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J Thorac Cardiovasc Surg. 2011 Sep;142(3):650-5. doi: 10.1016/j.jtcvs.2011.02.038. Epub 2011 Apr 17.

Society of Thoracic Surgeons Risk Score predicts hospital charges and resource use after aortic valve replacement.

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  • 1Division of Cardiac Surgery, The Johns Hopkins Medical Institutions, Baltimore, MD 21287, USA.

Abstract

OBJECTIVE:

The impact of Society of Thoracic Surgeons predicted mortality risk score on resource use has not been previously studied. We hypothesize that increasing Society of Thoracic Surgeons risk scores in patients undergoing aortic valve replacement are associated with greater hospital charges.

METHODS:

Clinical and financial data for patients undergoing aortic valve replacement at The Johns Hopkins Hospital over a 10-year period (January 2000 to December 2009) were reviewed. The current Society of Thoracic Surgeons formula (v2.61) for in-hospital mortality was used for all patients. After stratification into risk quartiles, index admission hospital charges were compared across risk strata with rank-sum and Kruskal-Wallis tests. Linear regression and Spearman's coefficient assessed correlation and goodness of fit. Multivariable analysis assessed relative contributions of individual variables on overall charges.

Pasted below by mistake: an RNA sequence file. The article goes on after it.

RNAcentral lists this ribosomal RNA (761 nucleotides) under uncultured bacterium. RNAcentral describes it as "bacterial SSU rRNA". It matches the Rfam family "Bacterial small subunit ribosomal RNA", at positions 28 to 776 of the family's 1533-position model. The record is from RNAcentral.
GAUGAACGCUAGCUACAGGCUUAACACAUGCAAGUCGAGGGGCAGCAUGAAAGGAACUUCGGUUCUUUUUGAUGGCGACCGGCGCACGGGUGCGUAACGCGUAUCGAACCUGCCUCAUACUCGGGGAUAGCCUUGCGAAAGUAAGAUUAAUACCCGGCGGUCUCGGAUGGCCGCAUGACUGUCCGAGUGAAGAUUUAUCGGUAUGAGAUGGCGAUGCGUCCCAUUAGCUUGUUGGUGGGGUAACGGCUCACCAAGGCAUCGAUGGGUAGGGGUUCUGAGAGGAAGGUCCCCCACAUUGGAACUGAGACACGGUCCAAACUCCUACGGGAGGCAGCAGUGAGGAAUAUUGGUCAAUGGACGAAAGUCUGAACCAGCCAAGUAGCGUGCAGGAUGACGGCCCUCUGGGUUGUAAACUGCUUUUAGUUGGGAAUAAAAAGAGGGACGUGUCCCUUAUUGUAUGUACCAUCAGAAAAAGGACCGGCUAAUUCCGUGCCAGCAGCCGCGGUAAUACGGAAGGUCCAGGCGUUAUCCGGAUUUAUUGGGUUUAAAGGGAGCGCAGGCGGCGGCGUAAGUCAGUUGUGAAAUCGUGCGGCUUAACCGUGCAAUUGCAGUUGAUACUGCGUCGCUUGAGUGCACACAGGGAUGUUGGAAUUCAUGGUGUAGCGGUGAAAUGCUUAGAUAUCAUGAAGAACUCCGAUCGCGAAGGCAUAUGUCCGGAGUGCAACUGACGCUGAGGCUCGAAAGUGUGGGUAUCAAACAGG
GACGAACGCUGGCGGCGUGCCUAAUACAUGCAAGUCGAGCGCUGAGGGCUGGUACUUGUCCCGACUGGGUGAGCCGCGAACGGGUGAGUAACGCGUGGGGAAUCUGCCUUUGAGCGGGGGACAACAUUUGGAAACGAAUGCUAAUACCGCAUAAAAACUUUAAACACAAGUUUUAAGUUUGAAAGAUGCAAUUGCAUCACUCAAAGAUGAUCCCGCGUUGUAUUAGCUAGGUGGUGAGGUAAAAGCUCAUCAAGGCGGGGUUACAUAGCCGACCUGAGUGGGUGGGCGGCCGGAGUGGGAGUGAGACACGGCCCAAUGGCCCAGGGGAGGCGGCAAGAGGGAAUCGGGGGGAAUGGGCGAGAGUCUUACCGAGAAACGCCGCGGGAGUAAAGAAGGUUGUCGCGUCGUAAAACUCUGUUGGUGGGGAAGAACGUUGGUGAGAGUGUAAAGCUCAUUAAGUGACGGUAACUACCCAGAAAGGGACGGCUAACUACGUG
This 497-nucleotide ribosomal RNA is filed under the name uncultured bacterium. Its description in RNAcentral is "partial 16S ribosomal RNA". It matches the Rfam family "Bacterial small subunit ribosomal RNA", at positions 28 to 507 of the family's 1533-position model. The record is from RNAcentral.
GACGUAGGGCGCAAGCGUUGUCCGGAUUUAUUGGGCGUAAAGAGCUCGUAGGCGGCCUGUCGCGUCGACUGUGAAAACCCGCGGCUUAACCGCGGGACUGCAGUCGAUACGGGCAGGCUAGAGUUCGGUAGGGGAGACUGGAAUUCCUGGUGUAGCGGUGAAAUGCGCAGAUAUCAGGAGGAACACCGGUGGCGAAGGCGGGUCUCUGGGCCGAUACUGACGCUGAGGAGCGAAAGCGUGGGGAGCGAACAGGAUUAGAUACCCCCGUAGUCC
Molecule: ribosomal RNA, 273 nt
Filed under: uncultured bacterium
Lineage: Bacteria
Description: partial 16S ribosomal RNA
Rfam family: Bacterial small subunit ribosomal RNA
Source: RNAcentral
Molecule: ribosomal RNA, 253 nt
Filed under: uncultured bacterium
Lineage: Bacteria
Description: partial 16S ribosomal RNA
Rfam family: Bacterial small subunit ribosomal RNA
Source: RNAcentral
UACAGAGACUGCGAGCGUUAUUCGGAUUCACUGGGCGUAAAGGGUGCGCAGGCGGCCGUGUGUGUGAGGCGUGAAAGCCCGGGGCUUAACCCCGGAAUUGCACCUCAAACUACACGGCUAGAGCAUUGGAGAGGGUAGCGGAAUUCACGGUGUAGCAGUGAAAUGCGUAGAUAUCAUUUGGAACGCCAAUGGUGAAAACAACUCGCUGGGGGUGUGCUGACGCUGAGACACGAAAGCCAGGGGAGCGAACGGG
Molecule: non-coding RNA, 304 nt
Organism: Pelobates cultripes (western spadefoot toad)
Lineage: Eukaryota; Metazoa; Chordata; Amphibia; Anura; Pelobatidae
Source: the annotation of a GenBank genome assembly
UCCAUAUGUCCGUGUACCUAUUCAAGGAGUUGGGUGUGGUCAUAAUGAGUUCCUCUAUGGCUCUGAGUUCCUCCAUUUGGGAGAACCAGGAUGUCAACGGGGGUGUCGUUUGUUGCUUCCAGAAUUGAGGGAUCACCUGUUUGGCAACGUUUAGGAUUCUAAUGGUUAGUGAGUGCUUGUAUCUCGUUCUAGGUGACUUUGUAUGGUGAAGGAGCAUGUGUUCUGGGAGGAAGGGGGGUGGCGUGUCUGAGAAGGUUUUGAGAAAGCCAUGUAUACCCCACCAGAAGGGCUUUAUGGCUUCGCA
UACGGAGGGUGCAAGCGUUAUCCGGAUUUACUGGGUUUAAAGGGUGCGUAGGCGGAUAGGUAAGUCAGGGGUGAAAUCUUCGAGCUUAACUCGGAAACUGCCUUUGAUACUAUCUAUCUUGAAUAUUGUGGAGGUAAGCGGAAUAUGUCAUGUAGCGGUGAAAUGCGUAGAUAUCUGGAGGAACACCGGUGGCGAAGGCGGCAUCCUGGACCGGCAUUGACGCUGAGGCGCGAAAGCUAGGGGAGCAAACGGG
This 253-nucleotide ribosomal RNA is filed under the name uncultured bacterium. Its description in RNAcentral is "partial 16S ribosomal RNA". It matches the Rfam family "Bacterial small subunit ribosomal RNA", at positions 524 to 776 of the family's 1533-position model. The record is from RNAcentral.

RESULTS:

A total of 553 patients underwent aortic valve replacement during the study period. Average predicted mortality was 2.9% (±3.4) and actual mortality was 3.4% for aortic valve replacement. Median charges were greater in the upper quartile of patients undergoing aortic valve replacement (quartiles 1-3, $39,949 [interquartile range, 32,708-51,323] vs quartile 4, $62,301 [interquartile range, 45,952-97,103], P < .01]. On univariate linear regression, there was a positive correlation between Society of Thoracic Surgeons risk score and log-transformed charges (coefficient, 0.06; 95% confidence interval, 0.05-0.07; P < .01). Spearman's correlation R-value was 0.51. This positive correlation persisted in risk-adjusted multivariable linear regression. Each 1% increase in Society of Thoracic Surgeons risk score was associated with an added $3000 in hospital charges.

CONCLUSIONS:

This is the first study to show that increasing Society of Thoracic Surgeons risk score predicts greater charges after aortic valve replacement. As competing therapies, such as percutaneous valve replacement, emerge to treat high-risk patients, these results serve as a benchmark to compare resource use.

Copyright © 2011 The American Association for Thoracic Surgery. Published by Mosby, Inc. All rights reserved.

PMID:
21497834
[PubMed - indexed for MEDLINE]
PMCID:
PMC3156832
Free PMC Article
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